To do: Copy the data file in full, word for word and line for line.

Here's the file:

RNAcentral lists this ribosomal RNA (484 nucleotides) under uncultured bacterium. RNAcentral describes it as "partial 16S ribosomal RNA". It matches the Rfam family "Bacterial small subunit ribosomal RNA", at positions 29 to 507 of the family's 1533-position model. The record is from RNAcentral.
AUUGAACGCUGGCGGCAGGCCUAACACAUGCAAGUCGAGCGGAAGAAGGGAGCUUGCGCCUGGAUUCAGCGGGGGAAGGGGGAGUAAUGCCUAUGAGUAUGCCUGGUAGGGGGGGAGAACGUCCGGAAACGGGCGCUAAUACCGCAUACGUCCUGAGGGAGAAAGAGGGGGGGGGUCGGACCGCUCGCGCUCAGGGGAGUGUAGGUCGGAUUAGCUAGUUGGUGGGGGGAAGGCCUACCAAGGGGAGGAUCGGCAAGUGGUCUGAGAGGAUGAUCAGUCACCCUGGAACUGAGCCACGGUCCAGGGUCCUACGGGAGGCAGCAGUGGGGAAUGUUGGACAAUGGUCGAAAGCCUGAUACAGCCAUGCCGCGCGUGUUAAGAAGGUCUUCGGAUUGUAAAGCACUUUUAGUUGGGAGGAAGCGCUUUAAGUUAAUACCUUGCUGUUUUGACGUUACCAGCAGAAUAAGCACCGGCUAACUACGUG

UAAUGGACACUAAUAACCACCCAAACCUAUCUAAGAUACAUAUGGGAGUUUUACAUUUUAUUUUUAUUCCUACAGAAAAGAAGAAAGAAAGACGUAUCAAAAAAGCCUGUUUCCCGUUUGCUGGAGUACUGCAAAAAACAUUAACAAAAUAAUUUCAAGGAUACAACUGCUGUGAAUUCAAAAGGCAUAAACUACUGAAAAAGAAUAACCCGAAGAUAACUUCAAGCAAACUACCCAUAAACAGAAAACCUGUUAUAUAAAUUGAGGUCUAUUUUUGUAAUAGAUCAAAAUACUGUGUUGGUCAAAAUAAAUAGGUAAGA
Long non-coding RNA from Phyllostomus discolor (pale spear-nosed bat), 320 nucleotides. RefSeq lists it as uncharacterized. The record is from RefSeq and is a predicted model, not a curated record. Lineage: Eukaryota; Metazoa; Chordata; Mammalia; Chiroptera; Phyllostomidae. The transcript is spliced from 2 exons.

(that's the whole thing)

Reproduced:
RNAcentral lists this ribosomal RNA (484 nucleotides) under uncultured bacterium. RNAcentral describes it as "partial 16S ribosomal RNA". It matches the Rfam family "Bacterial small subunit ribosomal RNA", at positions 29 to 507 of the family's 1533-position model. The record is from RNAcentral.
AUUGAACGCUGGCGGCAGGCCUAACACAUGCAAGUCGAGCGGAAGAAGGGAGCUUGCGCCUGGAUUCAGCGGGGGAAGGGGGAGUAAUGCCUAUGAGUAUGCCUGGUAGGGGGGGAGAACGUCCGGAAACGGGCGCUAAUACCGCAUACGUCCUGAGGGAGAAAGAGGGGGGGGGUCGGACCGCUCGCGCUCAGGGGAGUGUAGGUCGGAUUAGCUAGUUGGUGGGGGGAAGGCCUACCAAGGGGAGGAUCGGCAAGUGGUCUGAGAGGAUGAUCAGUCACCCUGGAACUGAGCCACGGUCCAGGGUCCUACGGGAGGCAGCAGUGGGGAAUGUUGGACAAUGGUCGAAAGCCUGAUACAGCCAUGCCGCGCGUGUUAAGAAGGUCUUCGGAUUGUAAAGCACUUUUAGUUGGGAGGAAGCGCUUUAAGUUAAUACCUUGCUGUUUUGACGUUACCAGCAGAAUAAGCACCGGCUAACUACGUG

UAAUGGACACUAAUAACCACCCAAACCUAUCUAAGAUACAUAUGGGAGUUUUACAUUUUAUUUUUAUUCCUACAGAAAAGAAGAAAGAAAGACGUAUCAAAAAAGCCUGUUUCCCGUUUGCUGGAGUACUGCAAAAAACAUUAACAAAAUAAUUUCAAGGAUACAACUGCUGUGAAUUCAAAAGGCAUAAACUACUGAAAAAGAAUAACCCGAAGAUAACUUCAAGCAAACUACCCAUAAACAGAAAACCUGUUAUAUAAAUUGAGGUCUAUUUUUGUAAUAGAUCAAAAUACUGUGUUGGUCAAAAUAAAUAGGUAAGA
Long non-coding RNA from Phyllostomus discolor (pale spear-nosed bat), 320 nucleotides. RefSeq lists it as uncharacterized. The record is from RefSeq and is a predicted model, not a curated record. Lineage: Eukaryota; Metazoa; Chordata; Mammalia; Chiroptera; Phyllostomidae. The transcript is spliced from 2 exons.